Well, they might not have thought they were a pervert, but they thought perhaps they were mentally off, or they were quirky a little bit in some way. Because the stuff that they read from the psychiatrists told them that they were. But I never felt that way. I knew what I wanted, and I wasn’t ready to conform to any other way of being. As a matter of fact, at one time, before I moved to Palo Alto, my father wanted to consign me to the state nuthouse. Not because he suspected I was gay but because I wouldn’t cooperate. And I didn’t want to be an office girl, and I didn’t want—I didn’t want to go outside the home and earn money, either. My mother and my grandmother were home ladies, and I—that’s all I had to look to. My mother’s friends were all—they all had charge of their homes, and I couldn’t understand why they were putting me out to do this horrible office work and earn the money when they didn’t need the money. If they were poor, I would have gone out and worked my butt off for them. But they weren’t. I told them, I said, “You have more money than I’ll ever see in my lifetime—what’s the matter?”
They must have thought it would be good for you—build character.
Well, they sure tore down my character—I don’t know how they expected me to build it up again. [Laughs] But anyway, that’s another story. I didn’t want to go out on my own and work. As my poem, “Dilemma,” told you, that tells you a great deal about the way I felt. I still feel it, too.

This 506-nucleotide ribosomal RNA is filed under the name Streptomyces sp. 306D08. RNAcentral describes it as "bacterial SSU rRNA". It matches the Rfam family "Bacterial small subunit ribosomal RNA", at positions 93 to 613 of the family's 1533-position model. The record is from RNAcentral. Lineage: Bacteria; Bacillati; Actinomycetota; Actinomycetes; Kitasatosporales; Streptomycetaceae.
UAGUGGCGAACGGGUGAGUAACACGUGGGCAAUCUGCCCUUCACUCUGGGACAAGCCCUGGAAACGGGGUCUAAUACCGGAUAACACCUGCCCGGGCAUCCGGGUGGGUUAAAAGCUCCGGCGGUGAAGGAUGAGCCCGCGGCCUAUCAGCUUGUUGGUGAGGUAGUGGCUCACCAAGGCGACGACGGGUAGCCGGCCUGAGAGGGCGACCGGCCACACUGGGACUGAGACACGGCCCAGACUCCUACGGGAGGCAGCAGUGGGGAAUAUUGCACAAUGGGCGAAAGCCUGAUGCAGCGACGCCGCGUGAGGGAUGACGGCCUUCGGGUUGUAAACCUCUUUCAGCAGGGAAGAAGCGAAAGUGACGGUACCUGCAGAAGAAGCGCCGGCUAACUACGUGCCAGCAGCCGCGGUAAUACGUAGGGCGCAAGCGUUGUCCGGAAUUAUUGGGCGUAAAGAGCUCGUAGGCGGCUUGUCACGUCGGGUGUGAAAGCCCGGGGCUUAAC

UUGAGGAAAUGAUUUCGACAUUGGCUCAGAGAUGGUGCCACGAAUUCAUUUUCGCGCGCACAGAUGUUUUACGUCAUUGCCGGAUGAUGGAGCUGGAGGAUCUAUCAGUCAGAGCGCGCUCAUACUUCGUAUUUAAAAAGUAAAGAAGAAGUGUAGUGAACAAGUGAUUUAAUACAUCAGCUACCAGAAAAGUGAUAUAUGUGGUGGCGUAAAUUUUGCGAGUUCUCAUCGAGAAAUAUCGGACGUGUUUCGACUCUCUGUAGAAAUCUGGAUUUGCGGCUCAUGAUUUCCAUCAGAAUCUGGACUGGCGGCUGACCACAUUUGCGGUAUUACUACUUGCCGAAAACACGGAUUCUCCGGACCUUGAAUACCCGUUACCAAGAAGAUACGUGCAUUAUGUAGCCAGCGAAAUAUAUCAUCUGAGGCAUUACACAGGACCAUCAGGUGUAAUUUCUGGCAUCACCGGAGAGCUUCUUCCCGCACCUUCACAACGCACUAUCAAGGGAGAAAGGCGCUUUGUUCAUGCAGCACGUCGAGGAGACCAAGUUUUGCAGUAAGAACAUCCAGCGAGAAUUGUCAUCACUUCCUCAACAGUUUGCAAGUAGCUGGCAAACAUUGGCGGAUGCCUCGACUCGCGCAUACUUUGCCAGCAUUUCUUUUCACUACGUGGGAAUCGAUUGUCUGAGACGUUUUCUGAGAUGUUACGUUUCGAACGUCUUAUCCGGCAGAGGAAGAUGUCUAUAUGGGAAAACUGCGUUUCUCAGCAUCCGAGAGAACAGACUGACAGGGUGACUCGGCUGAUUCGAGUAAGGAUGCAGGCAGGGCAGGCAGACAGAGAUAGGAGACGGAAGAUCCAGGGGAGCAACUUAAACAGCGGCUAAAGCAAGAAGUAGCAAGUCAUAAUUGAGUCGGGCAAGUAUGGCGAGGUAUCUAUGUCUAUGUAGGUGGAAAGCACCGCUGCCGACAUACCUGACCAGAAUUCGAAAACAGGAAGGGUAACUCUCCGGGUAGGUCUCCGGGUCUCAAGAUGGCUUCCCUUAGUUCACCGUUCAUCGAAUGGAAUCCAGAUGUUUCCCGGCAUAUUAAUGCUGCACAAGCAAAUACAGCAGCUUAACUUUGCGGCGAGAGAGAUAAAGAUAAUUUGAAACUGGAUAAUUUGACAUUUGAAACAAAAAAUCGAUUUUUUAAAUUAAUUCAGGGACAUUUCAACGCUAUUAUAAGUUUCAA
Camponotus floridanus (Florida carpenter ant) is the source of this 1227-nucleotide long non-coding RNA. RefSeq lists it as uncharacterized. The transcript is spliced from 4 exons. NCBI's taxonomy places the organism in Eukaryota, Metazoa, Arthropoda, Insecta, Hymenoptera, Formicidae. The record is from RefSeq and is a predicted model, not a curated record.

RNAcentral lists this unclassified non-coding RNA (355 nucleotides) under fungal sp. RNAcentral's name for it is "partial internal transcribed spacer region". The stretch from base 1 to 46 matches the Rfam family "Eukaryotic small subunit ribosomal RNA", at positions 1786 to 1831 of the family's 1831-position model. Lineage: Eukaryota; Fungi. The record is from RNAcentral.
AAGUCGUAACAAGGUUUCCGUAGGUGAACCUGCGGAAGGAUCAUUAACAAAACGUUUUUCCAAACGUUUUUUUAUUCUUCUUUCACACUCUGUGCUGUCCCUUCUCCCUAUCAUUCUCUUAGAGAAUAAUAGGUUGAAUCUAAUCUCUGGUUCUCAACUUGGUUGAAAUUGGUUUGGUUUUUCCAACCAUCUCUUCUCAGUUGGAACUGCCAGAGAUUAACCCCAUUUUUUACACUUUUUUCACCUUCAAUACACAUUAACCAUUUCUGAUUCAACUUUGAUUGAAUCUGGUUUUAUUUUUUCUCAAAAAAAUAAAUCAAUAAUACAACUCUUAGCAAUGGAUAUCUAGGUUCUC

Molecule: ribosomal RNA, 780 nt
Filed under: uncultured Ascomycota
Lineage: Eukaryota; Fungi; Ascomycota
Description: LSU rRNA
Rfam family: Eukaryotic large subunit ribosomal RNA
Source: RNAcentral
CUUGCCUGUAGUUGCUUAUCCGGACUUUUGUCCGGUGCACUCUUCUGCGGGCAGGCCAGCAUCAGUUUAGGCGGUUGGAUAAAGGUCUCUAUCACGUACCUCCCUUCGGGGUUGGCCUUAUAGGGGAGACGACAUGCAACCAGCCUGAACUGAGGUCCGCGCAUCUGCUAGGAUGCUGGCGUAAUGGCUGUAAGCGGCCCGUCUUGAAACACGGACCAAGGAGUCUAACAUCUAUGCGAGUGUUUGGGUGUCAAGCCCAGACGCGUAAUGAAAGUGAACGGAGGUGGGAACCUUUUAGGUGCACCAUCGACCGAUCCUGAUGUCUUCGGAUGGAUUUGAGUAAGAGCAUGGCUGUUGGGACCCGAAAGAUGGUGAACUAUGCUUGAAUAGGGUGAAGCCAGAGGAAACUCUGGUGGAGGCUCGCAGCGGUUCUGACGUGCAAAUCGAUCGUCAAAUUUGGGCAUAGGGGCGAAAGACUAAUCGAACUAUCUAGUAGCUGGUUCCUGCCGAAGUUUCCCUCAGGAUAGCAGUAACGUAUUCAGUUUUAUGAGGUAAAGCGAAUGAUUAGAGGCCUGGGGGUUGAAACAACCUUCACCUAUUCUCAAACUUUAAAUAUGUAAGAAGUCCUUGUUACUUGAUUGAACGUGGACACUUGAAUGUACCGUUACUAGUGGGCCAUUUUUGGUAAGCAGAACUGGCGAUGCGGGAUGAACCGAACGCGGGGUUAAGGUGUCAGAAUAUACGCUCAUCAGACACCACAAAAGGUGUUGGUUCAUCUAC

But I made it, and here I am.
Sure, sure. One of the other things that Marcus quoted you as saying was, “I was a misfit all the way around, I guess.” Is that accurate?
Well, yes, I was, because I didn’t care for sports. Because I was left-handed and they changed me to right, and that loused up my reflexes. And in playing ball in elementary school or something, they’d throw the ball at me and I’d go like this [flinches] because I couldn’t catch it quick enough, and the children never wanted me on their team because I was slow—not mentally, Lord knows, but slow in reflexes. And I didn’t care about dating boys. I don’t know, I just didn’t fit in to certain things that girls do in school.
Did you feel that you fit in okay in gay society, though?